So I shipped out of Asheville on Tuesday evening and flew into Richmond. I was invited to Virginia Commonwealth University by metals professor Susie Ganch to be an artist-in-residence for the beginning of the ten-year anniversary edition of the Radical Jewelry Makeover project. Again this entailed a lecture and one-on-one meetings, (as a guest of the Craft and Material Studies area of VCU Arts I spoke with artists from across the crafts – admittedly though mostly metals folks) and this time some studio time too.
After some crit sessions on Thursday morning I gave my new lecture. I was a lot more confident than the first time, which improved my volume – a problem in Kent. I then joined the students in Susie’s afternoon class to make some jewellery for the Radical Jewelry Makeover project, after a brief lecture on my process and material choices to this class.
Susie’s right-hand-man in Richmond was Windgate Fellowship recipient and resident artist Jaydan Moore. I was surprised to meet him there, but really chuffed since I had been introduced to his work by a friend who told me to look out for him at Penland, as there he’s an incoming resident. I was way too early too catch him at Penland – but won the jackpot by getting to hang out with him at VCU, where we chatted as he worked on one of his prints.
Since we were all working on RJM pieces it was a good opportunity to work in amongst the group, so while I roamed a little talking to students, I also got down to business. I spent my first afternoon drafting in AutoCad, as I hadn’t done any work on my intended piece, aside from photograph and dismantle it back home. (If you’re unfamiliar, RJM was the parent of the Once More With Love exhibition, and has borrowed the latter’s idea of sending out bags of recycled jewels to invited artists to make their work from.) Like all the students, I had one of my (hopefully) future exhibition pieces to work with. Yup, we were all playing for keeps.
Working in Cad is normally a concentrated and quiet solo process, so it was a challenge to come up with something I was happy with in a busy environment. I had a great time talking to students, doing a demo of capping steel cable with solder and helping sort more donations of materials then identifying the gold and silver amongst the piles and piles of random metal, but I learned that when it comes to drawing I really am used to that cone of silence. But when I finally printed my plan on Saturday morning and began drilling and sawing, I just about finished up my piece that day. Having said that, I finished the piece last week and photographed it before working on it again this week, finishing it for a second time. And I’m still not content with it. I now plan to take parts off and enamel them before restringing. I’ll let you know how that goes….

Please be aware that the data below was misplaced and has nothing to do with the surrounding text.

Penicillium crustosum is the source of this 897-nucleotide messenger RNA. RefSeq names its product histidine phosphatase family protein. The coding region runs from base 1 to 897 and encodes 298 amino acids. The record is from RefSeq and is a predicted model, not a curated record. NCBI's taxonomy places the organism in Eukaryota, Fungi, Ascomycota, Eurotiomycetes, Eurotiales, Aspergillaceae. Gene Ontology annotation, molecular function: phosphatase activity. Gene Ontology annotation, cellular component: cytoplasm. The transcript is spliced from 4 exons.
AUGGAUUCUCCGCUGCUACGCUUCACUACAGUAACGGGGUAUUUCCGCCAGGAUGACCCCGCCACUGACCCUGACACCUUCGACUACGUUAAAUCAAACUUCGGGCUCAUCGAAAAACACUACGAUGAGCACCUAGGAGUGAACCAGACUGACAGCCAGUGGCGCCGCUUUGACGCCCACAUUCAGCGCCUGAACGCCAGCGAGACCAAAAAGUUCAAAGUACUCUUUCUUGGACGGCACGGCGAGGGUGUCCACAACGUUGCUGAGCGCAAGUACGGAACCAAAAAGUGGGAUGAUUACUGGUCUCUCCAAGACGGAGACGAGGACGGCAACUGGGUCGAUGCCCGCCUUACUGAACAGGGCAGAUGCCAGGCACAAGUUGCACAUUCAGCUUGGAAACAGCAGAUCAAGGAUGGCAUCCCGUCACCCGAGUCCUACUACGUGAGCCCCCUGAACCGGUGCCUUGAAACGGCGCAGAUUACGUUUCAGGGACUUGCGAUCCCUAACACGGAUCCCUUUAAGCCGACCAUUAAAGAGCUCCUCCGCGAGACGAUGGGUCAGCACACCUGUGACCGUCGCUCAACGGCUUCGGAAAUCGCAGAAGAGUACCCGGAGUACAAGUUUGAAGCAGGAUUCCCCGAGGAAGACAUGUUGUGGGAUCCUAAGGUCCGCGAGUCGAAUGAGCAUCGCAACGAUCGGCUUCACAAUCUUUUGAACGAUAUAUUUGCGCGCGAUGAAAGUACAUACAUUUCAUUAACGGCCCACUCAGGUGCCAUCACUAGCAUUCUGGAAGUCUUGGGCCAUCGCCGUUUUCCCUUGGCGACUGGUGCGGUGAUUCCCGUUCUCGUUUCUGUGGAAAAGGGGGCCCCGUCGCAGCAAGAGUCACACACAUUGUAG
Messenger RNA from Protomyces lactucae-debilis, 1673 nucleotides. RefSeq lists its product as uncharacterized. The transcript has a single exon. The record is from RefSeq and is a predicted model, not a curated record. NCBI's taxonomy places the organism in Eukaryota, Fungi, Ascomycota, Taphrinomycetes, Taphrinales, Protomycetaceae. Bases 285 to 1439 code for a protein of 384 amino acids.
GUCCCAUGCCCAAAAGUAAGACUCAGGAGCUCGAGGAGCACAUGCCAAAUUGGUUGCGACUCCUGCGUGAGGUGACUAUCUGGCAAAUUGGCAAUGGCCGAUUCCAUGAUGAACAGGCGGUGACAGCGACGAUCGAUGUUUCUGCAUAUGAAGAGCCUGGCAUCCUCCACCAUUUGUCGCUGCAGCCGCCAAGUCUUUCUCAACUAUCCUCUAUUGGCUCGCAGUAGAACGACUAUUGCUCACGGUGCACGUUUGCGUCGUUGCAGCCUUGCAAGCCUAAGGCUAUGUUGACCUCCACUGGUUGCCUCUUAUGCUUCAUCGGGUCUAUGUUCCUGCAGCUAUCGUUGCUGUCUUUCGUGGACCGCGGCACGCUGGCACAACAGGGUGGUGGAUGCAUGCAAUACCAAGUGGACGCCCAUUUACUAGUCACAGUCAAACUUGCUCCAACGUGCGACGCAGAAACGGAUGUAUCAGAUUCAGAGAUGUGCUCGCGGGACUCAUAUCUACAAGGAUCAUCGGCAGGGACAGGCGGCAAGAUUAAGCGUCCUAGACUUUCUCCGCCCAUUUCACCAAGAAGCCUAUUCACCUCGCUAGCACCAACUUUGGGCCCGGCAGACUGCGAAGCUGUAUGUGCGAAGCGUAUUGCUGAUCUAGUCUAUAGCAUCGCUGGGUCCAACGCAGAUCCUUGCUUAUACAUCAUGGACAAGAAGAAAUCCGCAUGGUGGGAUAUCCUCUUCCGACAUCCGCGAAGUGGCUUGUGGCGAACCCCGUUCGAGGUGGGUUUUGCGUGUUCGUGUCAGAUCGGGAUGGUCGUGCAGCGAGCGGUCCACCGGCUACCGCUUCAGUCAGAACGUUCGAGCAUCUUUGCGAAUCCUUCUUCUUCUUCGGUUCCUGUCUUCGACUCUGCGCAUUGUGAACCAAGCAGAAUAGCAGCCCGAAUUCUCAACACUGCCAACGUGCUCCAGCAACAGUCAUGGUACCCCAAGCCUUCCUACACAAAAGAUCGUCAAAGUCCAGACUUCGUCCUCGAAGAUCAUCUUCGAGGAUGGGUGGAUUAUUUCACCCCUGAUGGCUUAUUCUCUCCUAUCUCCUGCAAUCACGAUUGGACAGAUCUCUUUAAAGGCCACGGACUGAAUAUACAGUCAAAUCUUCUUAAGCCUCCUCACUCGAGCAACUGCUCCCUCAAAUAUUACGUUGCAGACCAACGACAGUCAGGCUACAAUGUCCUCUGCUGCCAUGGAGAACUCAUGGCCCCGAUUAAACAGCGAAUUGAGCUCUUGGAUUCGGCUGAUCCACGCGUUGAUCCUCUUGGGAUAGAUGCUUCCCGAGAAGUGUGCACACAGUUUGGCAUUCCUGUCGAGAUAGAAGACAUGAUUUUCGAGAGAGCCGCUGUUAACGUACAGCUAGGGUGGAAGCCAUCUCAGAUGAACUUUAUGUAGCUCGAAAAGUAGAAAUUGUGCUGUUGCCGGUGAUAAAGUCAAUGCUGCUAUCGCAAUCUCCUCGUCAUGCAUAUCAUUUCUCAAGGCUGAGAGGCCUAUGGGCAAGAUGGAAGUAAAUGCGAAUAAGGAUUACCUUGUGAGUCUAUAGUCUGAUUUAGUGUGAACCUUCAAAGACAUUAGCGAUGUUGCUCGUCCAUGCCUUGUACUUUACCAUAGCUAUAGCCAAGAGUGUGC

While in the studios surrounded by a huge bounty of jewels to recycle I succumbed to the allure of a couple of new things, which I was encouraged to take with me to work with. I’m now fixated on the (very flimsy) base of a sterling silver candlestick that Susie gave me. As a consequence, the objects that I formerly thought were going to be my focus, (see them on the RJM website) have lost favour. Though that badge still has my attention…
My jewels for the RJM show at the Richmond Center for Crafts have to be in Susie’s hands by next week, so I’d best get off the internetz and get on with them.
So on the 12th of February I spent the day flying to Cleveland, Ohio, where I met up with Kathleen Browne, the Jewelry/Metals professor at Kent State University’s School of Art who took me out to Kent, about an hour out from Cleveland.